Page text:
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May 2021

Lost Words: Beyond the Page

Platform(s): Nintendo Switch, PC, PlayStation 4, Xbox One
Genre: Puzzle
Publisher: Modus Games
Developer: Sketchbook Games
Release Date: April 6, 2021


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PC Review - 'Lost Words: Beyond the Page'

by Cody Medellin on April 8, 2021 @ 12:30 a.m. PDT

Lost Words: Beyond the Page is atmospheric puzzler, set between the pages of a diary and a fantasy land, with a story written by Rhianna Pratchett.

While the platform didn't have any big-name exclusives, Google Stadia was home to a few indie titles that premiered on the streaming service. One of those was Lost Words: Beyond The Page, a platforming adventure written by Rihanna Prachett that garnered quite a bit of praise for its story and gameplay. The platform received criticism for not handling the pandemic-induced internet traffic too well. Almost a year later, the title is making its way to a bevy of more traditional platforms, including the PC.

Lost Words features two narratives. The first deals with a young girl named Izzy Cooke, a typical English girl with a typical family. She loves her grandmother immensely and aspires to be a writer. That's helped by her brand-new journal, a gift from her grandmother. Everything is going fine until her grandmother suffers a stroke and Izzy's life is upended.

Sickness, death, and the different stages of denial and acceptance aren't exactly commonplace subjects in video games, but they have been explored before, especially if you're a walking simulator fan. That doesn't make their presence any less special, and most people will see it coming from the opening moments way before the main character experiences it. What makes this different is that all of this is relayed through the viewpoint of a child. She's old enough to know about death, but the process of losing someone so beloved still hurts greatly. The emotional journey feels raw enough that you can't help but experience those same emotions with her. It's engrossing stuff, but the excellent writing seals the deal as Izzy doles out reactions and responses that feel authentic for someone her age, rather than coming off as someone making an attempt to convey childhood emotions about the subject while acting too mature.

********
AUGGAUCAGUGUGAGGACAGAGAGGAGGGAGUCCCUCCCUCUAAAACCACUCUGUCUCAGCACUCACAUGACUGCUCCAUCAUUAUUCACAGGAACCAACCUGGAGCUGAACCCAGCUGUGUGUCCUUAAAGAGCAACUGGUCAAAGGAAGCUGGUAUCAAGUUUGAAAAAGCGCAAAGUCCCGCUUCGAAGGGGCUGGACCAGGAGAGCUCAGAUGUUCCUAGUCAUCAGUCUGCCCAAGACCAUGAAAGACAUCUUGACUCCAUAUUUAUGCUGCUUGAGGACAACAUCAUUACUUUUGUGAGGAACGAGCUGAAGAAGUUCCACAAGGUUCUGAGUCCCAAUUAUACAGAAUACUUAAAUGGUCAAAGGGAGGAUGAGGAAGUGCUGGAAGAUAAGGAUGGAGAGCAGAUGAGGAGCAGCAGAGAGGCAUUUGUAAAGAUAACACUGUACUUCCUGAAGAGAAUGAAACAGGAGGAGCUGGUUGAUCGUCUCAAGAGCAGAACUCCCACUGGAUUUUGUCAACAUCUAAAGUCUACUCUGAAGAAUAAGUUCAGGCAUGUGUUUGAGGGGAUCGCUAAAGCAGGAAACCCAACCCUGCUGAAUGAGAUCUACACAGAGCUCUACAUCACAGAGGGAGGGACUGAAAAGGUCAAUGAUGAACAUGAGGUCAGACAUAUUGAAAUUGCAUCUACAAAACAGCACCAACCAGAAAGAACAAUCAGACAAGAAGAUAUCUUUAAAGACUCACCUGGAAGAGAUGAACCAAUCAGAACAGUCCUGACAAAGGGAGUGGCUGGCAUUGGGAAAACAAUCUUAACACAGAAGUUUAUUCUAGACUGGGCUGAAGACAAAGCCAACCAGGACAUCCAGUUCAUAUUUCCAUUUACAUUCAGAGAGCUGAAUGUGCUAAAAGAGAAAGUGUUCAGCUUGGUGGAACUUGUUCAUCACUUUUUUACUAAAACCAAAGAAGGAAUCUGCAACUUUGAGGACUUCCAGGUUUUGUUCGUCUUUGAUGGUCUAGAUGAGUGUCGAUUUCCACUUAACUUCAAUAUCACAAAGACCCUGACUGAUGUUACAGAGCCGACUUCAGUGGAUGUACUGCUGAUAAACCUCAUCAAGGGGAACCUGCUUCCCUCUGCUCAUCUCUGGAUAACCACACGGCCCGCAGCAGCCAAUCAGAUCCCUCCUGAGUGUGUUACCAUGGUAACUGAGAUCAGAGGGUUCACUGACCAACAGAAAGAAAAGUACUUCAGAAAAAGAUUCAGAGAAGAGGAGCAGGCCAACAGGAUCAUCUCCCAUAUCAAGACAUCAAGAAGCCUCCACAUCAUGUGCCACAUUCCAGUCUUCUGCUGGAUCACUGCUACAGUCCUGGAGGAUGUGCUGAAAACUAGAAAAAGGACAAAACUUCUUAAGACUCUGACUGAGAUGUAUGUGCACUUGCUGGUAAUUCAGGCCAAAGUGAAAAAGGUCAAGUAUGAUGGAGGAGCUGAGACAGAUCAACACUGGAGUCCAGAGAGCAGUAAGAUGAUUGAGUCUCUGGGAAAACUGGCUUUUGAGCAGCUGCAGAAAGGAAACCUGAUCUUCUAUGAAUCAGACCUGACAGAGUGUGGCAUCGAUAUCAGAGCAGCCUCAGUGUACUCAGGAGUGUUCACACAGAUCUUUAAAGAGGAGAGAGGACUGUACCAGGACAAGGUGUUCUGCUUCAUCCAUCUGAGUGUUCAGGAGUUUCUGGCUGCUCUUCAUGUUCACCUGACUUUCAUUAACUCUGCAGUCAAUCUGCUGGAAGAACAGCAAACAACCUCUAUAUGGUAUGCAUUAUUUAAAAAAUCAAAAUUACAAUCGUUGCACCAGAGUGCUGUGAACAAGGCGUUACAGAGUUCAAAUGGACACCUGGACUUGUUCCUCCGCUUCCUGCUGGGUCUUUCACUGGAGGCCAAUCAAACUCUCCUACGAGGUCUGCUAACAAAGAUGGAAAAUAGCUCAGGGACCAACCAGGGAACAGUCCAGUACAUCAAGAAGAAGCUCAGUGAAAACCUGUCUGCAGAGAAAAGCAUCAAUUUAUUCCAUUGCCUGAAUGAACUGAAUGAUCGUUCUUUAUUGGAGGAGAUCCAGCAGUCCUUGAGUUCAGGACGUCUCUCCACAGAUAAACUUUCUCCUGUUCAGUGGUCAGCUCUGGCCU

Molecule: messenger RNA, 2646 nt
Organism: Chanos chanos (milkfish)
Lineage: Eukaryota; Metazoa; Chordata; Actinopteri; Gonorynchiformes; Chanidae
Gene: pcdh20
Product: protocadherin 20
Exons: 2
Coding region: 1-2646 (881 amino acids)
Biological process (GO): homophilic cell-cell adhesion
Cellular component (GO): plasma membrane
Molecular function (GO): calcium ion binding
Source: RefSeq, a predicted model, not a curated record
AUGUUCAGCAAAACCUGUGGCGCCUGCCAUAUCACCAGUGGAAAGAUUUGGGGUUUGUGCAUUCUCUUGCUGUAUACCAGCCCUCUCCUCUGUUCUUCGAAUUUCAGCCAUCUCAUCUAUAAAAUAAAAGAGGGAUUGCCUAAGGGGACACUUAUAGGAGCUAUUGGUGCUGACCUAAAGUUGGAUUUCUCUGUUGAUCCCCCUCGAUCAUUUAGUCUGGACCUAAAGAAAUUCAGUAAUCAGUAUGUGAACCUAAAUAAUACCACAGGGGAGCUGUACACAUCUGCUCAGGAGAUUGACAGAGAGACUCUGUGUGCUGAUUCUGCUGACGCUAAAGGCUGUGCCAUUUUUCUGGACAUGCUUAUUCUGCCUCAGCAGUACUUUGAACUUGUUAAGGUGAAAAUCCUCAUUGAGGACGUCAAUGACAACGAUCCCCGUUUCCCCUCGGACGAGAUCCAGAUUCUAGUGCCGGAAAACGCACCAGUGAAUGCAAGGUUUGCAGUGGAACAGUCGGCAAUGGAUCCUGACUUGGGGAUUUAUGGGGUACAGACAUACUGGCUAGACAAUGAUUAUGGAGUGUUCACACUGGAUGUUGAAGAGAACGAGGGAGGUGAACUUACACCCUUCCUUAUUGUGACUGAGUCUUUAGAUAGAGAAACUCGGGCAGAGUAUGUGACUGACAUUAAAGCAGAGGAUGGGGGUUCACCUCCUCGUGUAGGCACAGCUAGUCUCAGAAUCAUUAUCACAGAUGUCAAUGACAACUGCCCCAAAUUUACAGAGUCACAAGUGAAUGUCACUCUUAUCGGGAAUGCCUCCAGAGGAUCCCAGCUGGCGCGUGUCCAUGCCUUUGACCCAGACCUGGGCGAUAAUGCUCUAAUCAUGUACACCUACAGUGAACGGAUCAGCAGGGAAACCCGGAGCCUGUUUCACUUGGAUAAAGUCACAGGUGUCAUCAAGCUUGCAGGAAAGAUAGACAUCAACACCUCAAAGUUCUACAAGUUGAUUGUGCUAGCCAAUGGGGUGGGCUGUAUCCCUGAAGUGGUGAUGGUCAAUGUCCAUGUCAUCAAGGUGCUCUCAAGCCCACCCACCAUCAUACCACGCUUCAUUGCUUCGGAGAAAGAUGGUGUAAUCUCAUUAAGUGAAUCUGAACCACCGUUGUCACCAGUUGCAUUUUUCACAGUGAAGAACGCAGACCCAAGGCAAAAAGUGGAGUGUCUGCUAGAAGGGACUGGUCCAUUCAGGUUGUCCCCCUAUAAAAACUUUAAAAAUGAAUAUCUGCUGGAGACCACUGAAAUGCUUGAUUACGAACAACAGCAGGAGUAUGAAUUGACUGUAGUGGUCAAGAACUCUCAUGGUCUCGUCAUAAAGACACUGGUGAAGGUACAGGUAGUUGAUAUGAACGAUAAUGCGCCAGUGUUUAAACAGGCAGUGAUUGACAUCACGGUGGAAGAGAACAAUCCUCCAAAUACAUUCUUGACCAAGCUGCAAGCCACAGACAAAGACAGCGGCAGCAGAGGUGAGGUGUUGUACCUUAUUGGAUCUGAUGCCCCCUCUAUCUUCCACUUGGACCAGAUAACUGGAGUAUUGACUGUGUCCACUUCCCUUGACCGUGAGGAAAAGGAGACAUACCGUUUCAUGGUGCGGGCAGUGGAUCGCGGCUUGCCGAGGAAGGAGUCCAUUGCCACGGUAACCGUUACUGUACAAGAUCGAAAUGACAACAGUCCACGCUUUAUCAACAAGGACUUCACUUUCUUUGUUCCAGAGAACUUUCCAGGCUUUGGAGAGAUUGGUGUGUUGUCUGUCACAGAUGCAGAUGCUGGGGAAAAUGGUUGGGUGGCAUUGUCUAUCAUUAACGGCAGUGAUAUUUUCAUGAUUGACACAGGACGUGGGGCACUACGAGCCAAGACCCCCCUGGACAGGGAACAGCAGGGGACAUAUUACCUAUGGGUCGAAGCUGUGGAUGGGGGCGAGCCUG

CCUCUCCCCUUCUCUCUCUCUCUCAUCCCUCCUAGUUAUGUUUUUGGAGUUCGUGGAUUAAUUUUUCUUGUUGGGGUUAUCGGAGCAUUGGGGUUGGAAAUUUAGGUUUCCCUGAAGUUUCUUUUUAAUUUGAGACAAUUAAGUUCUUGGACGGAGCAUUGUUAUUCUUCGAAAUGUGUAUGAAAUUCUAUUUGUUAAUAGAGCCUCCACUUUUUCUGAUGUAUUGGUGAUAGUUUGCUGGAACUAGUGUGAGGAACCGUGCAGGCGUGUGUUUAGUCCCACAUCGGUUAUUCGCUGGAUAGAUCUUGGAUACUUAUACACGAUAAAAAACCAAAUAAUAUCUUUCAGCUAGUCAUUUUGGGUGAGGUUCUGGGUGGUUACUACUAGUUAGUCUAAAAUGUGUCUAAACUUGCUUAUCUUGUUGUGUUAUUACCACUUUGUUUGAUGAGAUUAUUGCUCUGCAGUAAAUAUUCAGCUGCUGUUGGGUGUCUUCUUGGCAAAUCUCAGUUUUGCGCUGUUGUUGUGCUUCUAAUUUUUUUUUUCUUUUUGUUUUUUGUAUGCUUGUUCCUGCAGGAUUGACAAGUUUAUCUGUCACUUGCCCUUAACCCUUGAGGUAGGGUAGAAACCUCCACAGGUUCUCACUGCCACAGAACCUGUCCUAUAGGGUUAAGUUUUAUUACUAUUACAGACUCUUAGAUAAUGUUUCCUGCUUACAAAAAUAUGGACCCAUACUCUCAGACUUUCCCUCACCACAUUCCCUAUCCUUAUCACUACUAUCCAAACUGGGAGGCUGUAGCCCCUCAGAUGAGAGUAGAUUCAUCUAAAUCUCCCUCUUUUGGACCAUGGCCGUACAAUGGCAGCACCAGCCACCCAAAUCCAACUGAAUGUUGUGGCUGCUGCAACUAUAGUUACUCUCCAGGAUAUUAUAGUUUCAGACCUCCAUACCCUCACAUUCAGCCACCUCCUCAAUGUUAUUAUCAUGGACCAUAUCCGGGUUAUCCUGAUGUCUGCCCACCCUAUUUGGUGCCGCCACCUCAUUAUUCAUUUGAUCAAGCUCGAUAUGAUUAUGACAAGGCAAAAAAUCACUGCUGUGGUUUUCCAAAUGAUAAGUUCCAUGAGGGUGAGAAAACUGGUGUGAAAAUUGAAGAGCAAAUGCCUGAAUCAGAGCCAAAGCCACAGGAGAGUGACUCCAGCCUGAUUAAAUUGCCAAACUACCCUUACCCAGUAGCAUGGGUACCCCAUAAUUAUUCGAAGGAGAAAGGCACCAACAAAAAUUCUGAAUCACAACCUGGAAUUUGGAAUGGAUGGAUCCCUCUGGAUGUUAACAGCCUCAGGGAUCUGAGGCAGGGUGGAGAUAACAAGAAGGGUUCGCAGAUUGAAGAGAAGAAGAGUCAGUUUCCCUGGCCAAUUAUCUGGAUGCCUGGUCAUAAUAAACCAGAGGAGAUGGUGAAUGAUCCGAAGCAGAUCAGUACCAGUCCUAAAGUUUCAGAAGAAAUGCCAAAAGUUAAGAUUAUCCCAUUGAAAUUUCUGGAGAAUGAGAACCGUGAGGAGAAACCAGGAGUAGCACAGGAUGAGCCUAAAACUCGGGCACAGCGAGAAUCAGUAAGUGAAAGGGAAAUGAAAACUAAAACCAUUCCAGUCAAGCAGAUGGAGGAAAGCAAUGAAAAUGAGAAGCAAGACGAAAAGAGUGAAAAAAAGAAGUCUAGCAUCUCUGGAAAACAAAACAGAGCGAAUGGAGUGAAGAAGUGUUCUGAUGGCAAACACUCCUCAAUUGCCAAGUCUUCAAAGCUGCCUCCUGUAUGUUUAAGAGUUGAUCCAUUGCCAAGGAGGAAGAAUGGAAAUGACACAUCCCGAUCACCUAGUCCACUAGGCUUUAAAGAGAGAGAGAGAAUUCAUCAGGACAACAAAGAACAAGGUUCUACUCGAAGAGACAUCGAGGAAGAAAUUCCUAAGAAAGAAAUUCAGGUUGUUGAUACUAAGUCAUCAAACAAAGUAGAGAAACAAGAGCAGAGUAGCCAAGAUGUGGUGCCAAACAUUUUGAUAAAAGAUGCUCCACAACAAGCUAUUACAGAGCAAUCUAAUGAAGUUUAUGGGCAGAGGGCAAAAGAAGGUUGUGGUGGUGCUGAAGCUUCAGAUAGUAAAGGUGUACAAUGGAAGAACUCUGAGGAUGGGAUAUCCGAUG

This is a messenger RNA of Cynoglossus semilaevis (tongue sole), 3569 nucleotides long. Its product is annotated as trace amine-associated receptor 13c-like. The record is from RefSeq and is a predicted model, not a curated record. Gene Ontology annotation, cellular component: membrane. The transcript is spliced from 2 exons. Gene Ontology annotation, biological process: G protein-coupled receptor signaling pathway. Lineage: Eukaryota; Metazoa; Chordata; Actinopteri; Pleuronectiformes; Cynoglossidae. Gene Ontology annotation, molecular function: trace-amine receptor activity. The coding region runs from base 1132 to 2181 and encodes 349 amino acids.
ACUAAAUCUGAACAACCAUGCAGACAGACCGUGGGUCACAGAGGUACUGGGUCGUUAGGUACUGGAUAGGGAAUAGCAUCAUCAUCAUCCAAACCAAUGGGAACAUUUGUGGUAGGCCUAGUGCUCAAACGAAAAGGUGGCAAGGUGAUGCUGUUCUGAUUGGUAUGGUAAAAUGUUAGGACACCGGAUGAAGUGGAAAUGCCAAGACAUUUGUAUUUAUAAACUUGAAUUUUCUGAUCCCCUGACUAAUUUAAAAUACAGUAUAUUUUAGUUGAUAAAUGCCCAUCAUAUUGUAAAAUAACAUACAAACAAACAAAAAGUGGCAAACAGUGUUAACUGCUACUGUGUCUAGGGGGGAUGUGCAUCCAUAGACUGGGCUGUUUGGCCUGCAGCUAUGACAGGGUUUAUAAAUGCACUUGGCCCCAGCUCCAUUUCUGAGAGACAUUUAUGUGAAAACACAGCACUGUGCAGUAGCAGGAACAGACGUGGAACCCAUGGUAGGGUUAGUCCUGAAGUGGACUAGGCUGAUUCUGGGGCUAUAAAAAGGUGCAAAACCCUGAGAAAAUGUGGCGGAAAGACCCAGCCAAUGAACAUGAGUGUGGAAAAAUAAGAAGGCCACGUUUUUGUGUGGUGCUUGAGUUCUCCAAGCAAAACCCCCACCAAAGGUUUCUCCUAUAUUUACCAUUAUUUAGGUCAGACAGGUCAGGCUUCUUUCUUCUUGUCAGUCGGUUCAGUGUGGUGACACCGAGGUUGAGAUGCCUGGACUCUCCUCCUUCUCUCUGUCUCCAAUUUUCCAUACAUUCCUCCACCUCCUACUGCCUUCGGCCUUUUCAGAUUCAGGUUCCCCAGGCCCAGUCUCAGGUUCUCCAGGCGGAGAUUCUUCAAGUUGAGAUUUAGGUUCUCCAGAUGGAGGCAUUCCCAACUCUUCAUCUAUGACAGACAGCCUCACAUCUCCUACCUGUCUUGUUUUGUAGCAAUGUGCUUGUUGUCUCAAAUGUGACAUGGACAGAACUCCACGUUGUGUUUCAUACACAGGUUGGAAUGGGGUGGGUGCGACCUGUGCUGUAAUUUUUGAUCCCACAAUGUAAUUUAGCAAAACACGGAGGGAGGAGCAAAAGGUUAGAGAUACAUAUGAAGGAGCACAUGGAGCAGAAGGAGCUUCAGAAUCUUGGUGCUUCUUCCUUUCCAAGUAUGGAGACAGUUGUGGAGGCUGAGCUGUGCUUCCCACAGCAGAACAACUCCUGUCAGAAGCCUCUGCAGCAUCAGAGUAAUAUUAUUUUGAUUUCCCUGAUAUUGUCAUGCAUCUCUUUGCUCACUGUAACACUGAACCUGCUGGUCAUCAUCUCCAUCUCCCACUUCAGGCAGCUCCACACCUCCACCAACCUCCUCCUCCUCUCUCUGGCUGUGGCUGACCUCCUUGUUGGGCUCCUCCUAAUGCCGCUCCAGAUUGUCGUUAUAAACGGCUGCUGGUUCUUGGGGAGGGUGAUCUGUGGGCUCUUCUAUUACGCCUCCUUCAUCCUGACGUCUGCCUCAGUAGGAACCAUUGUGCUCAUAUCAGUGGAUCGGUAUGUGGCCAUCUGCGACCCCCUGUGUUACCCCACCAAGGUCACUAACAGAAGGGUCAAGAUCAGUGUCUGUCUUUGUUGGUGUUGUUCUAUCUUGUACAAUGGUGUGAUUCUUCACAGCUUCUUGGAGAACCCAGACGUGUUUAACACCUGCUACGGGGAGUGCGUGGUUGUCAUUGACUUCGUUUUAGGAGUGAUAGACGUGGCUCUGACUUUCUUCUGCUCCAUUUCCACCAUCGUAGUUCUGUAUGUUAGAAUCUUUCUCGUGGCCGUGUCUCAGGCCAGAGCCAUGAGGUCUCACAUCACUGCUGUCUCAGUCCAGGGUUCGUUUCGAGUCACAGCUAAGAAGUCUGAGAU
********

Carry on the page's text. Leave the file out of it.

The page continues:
The other narrative comes through based on the story that Izzy is composing. In the land of Estoria, there lived a girl named either Robyn, Georgia, or Grace, depending on the name that the player chooses. Returning to her village with a new firefly companion, she meets up with the village guardian, who gives her a magic book and instructs her to meet at the sacred firefly tree so she can take over as the new village guardian. Not even in the role for a day, she awakens to her treetop village under attack. She seeks the help of the fireflies, but they're all gone, and a large dragon is seen flying away from the scene. Without any other leads, she decides to follow the dragon and return the fireflies before everyone in her village fades away from sickness.

The story is meant to parallel what Izzy is experiencing, but it also works well as a stand-alone tale. Everything, from the desert occupied by a disgruntled djinn to a creature composed entirely of fire, coincides with Izzy's predicaments at the time but feels at home in the fantasy setting. Like the writing of Izzy in her journal, the story in this section feels good because it also feels like age-appropriate writing by a gifted child. It works, especially as a way to get the player invested in the tale and ready to accept a predictable yet bittersweet ending.

The gameplay is a little different depending on which story you're working with. In the journal, you walk or jump on highlighted words to create new sentences to continue the story; platforms either take you to a new line or to the next journal page. In some cases, you encounter slips of paper with words on them that can be placed in the appropriate blank spot to create a sentence or used as a platform to reach higher spots. A few of the words make images appear, some of which are interactive, such as a scene where you move things to their correct spots to make tea for your mother. Spread throughout the pages are little asterisks that trigger more phrases to appear; some shape the tone of the story or add personal importance to some tidbits.